• communal den site;
  • palaeobiology;
  • population;
  • skeletal remains;
  • skull dimorphism and shape types;
  • Upper Pleistocene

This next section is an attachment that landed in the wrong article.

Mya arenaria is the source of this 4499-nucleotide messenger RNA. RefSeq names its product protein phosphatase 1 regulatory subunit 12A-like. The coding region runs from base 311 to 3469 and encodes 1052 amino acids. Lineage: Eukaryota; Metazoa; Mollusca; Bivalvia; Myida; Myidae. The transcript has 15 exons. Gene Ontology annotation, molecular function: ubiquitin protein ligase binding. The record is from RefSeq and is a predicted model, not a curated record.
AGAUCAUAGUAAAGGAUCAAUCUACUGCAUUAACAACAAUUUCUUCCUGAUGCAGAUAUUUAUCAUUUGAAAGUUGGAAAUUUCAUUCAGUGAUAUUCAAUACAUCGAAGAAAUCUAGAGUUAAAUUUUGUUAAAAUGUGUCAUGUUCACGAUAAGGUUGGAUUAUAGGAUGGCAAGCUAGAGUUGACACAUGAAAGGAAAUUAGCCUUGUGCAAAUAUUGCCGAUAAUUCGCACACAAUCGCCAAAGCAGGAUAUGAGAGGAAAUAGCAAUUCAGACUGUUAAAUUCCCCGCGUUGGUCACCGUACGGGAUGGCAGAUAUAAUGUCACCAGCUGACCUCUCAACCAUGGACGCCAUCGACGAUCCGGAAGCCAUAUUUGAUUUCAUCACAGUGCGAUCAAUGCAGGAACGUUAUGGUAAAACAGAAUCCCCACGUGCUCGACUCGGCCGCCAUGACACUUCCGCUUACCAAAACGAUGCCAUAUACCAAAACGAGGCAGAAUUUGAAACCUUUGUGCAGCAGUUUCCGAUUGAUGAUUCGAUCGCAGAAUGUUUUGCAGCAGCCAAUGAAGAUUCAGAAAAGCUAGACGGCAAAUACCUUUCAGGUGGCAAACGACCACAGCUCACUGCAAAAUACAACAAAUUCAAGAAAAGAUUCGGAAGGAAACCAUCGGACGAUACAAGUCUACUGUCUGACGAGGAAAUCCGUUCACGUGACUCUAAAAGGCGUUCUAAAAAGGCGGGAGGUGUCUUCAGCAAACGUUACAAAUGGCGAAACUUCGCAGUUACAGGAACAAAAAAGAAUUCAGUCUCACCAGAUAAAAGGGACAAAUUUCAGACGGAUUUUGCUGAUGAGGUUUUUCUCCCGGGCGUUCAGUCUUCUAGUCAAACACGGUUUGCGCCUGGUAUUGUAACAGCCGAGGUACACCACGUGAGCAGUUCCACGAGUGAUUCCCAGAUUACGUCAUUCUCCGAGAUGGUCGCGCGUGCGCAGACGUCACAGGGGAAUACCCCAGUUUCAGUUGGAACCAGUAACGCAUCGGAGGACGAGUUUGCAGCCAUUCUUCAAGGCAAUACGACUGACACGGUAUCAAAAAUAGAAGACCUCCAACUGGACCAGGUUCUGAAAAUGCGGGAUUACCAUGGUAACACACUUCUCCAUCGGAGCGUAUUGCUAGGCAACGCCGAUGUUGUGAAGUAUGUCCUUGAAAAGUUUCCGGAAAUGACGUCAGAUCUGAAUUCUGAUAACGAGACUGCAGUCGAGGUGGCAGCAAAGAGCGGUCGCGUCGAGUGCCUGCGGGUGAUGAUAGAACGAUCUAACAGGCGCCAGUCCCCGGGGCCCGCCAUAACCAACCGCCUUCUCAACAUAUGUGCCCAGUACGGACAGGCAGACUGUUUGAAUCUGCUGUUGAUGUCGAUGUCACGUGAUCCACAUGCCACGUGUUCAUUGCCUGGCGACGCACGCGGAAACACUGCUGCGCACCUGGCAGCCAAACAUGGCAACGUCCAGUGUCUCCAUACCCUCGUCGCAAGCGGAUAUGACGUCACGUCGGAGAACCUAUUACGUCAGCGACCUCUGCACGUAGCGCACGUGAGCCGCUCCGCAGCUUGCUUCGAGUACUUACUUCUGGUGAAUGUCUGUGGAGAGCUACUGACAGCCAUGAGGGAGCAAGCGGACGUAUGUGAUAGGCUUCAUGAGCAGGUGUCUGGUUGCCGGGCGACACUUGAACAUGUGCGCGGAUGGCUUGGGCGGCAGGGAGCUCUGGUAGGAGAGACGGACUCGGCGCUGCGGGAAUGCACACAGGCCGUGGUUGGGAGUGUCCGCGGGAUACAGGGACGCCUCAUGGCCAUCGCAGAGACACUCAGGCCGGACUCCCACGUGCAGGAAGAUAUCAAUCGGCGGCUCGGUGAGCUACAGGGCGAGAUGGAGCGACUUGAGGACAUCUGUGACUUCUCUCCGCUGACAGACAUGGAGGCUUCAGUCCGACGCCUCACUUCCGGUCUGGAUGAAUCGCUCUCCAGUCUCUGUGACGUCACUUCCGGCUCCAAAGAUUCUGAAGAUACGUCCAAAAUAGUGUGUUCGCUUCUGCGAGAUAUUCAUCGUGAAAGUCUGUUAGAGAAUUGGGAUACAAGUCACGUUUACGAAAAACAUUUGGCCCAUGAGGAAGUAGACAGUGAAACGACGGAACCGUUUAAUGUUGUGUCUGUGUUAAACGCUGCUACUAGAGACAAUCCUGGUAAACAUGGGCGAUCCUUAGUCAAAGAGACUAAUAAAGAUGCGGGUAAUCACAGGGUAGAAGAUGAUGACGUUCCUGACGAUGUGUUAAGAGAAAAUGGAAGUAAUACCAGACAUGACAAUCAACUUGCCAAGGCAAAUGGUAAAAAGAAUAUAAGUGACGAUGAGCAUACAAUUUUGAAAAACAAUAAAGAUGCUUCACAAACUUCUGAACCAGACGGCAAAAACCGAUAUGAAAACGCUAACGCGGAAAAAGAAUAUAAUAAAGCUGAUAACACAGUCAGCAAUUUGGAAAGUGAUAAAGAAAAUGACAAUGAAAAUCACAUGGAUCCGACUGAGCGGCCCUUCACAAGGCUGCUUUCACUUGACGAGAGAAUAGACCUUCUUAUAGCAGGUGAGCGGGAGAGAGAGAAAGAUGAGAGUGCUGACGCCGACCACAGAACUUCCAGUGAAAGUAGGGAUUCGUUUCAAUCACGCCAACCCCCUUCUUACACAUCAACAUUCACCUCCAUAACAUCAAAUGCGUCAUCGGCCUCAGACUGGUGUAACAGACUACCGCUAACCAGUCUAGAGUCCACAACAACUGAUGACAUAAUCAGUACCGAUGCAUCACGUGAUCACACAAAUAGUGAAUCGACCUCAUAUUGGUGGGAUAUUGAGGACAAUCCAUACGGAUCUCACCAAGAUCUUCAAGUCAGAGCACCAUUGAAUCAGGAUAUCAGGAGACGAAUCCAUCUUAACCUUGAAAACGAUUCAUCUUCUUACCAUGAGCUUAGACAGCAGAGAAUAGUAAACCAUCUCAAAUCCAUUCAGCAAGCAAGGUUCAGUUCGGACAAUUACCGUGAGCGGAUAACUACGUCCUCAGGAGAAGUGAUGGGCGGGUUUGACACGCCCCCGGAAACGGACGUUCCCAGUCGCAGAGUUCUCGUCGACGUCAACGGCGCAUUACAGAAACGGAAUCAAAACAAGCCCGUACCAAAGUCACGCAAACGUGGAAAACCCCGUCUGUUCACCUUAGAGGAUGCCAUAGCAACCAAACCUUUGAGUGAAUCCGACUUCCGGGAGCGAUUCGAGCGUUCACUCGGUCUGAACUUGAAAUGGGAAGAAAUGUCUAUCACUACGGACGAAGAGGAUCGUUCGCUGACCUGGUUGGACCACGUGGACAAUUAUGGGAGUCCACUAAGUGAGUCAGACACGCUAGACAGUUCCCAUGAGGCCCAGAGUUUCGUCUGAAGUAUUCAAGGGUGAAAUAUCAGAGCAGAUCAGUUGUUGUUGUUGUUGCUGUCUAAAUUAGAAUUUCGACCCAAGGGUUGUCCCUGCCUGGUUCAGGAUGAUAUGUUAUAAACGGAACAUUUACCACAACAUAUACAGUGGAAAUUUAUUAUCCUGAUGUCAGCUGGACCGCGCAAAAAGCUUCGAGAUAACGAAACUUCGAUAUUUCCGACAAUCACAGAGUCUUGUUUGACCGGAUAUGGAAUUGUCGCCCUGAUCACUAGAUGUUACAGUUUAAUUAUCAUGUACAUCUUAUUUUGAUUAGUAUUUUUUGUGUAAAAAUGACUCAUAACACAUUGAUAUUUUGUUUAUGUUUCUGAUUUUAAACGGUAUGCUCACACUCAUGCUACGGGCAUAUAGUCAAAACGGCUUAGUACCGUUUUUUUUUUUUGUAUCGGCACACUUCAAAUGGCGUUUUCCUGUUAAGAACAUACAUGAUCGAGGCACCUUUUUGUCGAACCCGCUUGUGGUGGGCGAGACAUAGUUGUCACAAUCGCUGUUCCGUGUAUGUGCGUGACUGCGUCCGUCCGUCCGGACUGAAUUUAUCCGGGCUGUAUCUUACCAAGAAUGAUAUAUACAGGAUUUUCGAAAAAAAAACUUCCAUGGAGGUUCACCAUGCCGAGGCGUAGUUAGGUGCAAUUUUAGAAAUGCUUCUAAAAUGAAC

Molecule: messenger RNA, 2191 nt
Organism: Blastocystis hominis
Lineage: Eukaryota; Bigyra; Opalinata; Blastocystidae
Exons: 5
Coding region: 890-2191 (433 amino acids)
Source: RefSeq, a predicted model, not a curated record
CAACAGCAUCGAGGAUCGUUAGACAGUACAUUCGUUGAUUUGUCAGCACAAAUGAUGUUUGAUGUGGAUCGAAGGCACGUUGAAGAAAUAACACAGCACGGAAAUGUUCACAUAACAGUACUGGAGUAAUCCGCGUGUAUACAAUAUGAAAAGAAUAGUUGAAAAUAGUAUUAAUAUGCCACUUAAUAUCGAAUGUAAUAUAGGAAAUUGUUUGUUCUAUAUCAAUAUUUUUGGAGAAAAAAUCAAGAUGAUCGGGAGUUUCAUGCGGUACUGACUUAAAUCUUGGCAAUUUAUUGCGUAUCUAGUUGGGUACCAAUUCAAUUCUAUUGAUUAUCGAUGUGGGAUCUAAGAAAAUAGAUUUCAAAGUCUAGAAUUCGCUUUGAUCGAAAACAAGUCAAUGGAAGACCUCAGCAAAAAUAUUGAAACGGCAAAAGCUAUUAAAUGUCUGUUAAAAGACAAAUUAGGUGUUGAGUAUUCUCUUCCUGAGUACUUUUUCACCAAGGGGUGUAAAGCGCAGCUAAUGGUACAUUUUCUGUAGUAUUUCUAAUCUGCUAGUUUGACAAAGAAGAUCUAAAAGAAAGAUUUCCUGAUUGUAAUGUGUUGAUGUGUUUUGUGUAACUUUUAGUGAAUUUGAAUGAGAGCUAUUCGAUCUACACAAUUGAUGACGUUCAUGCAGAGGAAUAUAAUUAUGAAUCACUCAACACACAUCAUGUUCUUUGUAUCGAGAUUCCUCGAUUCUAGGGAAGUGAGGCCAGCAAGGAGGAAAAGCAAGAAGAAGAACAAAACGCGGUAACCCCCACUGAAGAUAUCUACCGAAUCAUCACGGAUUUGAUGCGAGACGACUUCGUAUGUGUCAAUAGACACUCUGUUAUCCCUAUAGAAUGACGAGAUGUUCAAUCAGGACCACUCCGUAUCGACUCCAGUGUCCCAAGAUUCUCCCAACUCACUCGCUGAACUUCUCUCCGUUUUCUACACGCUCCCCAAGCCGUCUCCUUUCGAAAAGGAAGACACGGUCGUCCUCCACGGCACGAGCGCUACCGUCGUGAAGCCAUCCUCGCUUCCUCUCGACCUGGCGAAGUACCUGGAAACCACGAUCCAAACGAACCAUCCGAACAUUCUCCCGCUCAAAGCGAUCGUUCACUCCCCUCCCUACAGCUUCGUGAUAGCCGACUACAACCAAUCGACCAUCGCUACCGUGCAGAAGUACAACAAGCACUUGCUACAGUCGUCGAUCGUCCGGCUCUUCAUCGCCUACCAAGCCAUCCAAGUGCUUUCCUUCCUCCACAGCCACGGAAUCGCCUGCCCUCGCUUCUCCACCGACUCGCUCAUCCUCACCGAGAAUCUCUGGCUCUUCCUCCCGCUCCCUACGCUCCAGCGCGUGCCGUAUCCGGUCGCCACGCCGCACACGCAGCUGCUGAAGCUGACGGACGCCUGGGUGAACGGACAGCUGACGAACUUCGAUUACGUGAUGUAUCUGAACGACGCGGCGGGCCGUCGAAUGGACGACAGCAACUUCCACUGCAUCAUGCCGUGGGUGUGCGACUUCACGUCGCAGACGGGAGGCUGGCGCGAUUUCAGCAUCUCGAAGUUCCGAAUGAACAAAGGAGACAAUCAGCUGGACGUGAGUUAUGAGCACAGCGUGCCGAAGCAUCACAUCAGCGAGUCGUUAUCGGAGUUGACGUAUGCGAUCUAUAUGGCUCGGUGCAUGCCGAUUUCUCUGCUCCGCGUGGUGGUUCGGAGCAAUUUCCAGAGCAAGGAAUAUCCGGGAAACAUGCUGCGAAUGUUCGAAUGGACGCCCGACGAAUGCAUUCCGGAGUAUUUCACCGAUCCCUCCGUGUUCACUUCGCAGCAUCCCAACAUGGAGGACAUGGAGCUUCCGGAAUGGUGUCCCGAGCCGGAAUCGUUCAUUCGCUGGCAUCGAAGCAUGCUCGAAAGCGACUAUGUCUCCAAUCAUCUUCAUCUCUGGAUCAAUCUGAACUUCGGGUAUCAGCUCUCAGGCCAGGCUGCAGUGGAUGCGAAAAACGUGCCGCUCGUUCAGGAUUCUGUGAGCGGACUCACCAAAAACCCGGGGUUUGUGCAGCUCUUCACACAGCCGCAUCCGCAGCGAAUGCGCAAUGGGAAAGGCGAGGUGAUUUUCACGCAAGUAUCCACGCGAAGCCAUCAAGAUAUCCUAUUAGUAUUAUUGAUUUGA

The remains of a large population of Late Pleistocene Ice Age spotted hyenas (Crocuta crocuta spelaea Goldfuss 1823) are described from the Rösenbeck Cave in the Sauerland Karst of Germany. They include four skulls and 79 other skeletal parts, mainly from adult to senile animals, making this an important Late Pleistocene hyena cave-den site in Europe. The skulls have been compared with 30 other hyena skull specimens from open air and cave-den sites in central Europe (Germany, Austria, the Czech Republic and Romania) in order to achieve an understanding of sexual dimorphism in the crania of Ice Age spotted hyenas from the Upper Pleistocene cold period (Weichselian/Wuermian), and the types of injuries that they acquired during their lifetimes. Three different types of cranial shape have been distinguished, one of which appears to have been a consequence of pathologies that developed in response to injuries caused by bites received during the animal's lifetime, as a result of either intraspecies fights or fights with lions. Although cave bears penetrated to great depths within the Rösenbeck Cave for hibernation purposes, hyenas appear to have utilized only a short section of the cave that branched off directly from the entrance area. Hyena cub material is scarce, suggesting that this area was used as a communal den rather than for cub rearing. Bones exhibiting gnaw marks, representing prey imported by hyenas, are also rare but include horse (Equus caballus przewalskii) and reindeer (Rangifer tarandus) remains. The scarcity of bones from hyena prey suggests that this cave was not used as a food storage site. Some Ursus spelaeus cave bear remains, including skulls, show evidence of having been gnawed, chewed and cracked by hyenas, indicating that the hyenas periodically fed on cave bear carcasses in a specialization response to the mammoth steppe megafauna absence of the boreal mountain forest regions. © 2011 The Linnean Society of London, Biological Journal of the Linnean Society, 2011, 103, 191–220.